Deterministic will also be the assumption of shifts between sectors; important for quantifying expected discounted profits. What should not be underestimated is that goods markets are perfectly competitive, while international trade involves specific trade costs. A relevant indicator of these developments will be visible in the relocation of relevant manufacturing jobs. Although the environment remains positive, thanks to the loose central bank policy and the strong fiscal stimulus, we expect that on the one hand assets can benefit from the economic acceleration and higher (?) inflation, while on the other hand market participants increasingly fear an equity price correction.

Asset allocation

While the focus of financial investors is on “reflation,” we remain somewhat less optimistic due to the conflicting effects of loose fiscal and monetary policy vs. the impact of increased imports. We assume that both consumers and entrepreneurs will focus on cheaper imports of goods and services. Foreign trade is expected to significantly reduce the effect of the Biden spending plan. In addition, we must assume that the cost of unemployment will cause considerable volatility.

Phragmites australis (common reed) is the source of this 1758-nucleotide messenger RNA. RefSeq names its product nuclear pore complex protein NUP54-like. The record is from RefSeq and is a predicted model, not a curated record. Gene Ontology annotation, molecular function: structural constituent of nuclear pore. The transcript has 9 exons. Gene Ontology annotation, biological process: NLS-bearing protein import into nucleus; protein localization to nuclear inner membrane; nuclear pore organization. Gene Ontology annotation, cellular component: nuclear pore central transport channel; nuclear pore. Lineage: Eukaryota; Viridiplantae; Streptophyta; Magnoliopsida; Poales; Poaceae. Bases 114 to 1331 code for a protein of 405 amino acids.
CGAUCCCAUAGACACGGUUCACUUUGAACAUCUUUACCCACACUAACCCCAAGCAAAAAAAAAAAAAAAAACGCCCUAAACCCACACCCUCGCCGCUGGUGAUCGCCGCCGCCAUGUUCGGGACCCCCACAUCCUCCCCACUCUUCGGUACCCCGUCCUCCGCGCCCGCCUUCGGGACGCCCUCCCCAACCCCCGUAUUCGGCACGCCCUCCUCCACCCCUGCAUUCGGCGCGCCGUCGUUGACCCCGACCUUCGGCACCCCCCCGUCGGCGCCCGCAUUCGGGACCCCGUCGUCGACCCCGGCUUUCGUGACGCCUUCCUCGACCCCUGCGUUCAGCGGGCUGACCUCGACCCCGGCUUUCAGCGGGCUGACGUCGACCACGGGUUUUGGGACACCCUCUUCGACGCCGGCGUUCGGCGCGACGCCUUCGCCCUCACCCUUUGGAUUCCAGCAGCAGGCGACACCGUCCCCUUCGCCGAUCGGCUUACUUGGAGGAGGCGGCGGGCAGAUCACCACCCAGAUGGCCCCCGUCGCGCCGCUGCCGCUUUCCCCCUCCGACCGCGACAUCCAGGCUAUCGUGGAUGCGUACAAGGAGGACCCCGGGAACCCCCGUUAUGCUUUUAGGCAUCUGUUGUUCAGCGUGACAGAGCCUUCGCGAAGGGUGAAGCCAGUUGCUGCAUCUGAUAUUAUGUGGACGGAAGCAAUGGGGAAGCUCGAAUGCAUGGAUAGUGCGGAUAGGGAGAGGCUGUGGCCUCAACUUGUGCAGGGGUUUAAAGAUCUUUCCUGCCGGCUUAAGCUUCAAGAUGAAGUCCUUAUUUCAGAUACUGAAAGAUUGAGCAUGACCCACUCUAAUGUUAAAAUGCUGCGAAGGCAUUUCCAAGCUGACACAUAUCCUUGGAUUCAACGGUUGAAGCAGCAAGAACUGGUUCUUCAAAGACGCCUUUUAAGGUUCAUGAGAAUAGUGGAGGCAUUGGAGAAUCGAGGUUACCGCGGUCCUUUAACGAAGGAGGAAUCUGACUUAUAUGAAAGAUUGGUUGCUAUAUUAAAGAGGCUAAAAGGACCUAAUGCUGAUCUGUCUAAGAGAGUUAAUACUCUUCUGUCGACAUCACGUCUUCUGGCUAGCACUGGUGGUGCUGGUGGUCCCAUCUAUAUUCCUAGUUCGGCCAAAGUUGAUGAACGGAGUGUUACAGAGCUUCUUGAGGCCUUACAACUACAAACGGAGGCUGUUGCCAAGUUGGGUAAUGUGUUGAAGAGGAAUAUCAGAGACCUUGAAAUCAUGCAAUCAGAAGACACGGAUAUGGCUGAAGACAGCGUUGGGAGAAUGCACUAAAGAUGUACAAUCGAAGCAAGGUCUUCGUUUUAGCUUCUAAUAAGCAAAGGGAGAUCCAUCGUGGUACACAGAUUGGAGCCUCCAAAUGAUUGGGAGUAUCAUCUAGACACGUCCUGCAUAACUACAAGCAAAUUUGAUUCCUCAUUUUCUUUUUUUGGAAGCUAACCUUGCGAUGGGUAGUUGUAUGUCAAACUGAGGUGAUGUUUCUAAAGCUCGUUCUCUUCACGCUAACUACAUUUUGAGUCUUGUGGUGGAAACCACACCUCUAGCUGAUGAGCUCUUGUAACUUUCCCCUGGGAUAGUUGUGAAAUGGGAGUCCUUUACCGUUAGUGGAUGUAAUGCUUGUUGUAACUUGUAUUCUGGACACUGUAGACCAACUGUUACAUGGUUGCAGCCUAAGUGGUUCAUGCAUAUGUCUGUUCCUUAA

The macroeconomic shift in international trade and developments in vaccines, along with the recent historic rise in equity prices, ask the question of what comes next? Well, short-term active management and increased attention to currency fluctuations do indeed seem promising. Interest rates and currency adjustments are in the driver’s seat of a promising investment strategy; both domestically and internationally. With interest rates expected to rise significantly over the next 6-12 months, they are likely to curb the attractiveness of fixed income instruments. Our regional focus remains locally skewed as the CHF is expected to strengthen against USD, EUR, GBP and JPY. Gold is somehow viewed as a potential hedge vehicle, at least until it become clear what policy the Biden administration will actually embark on.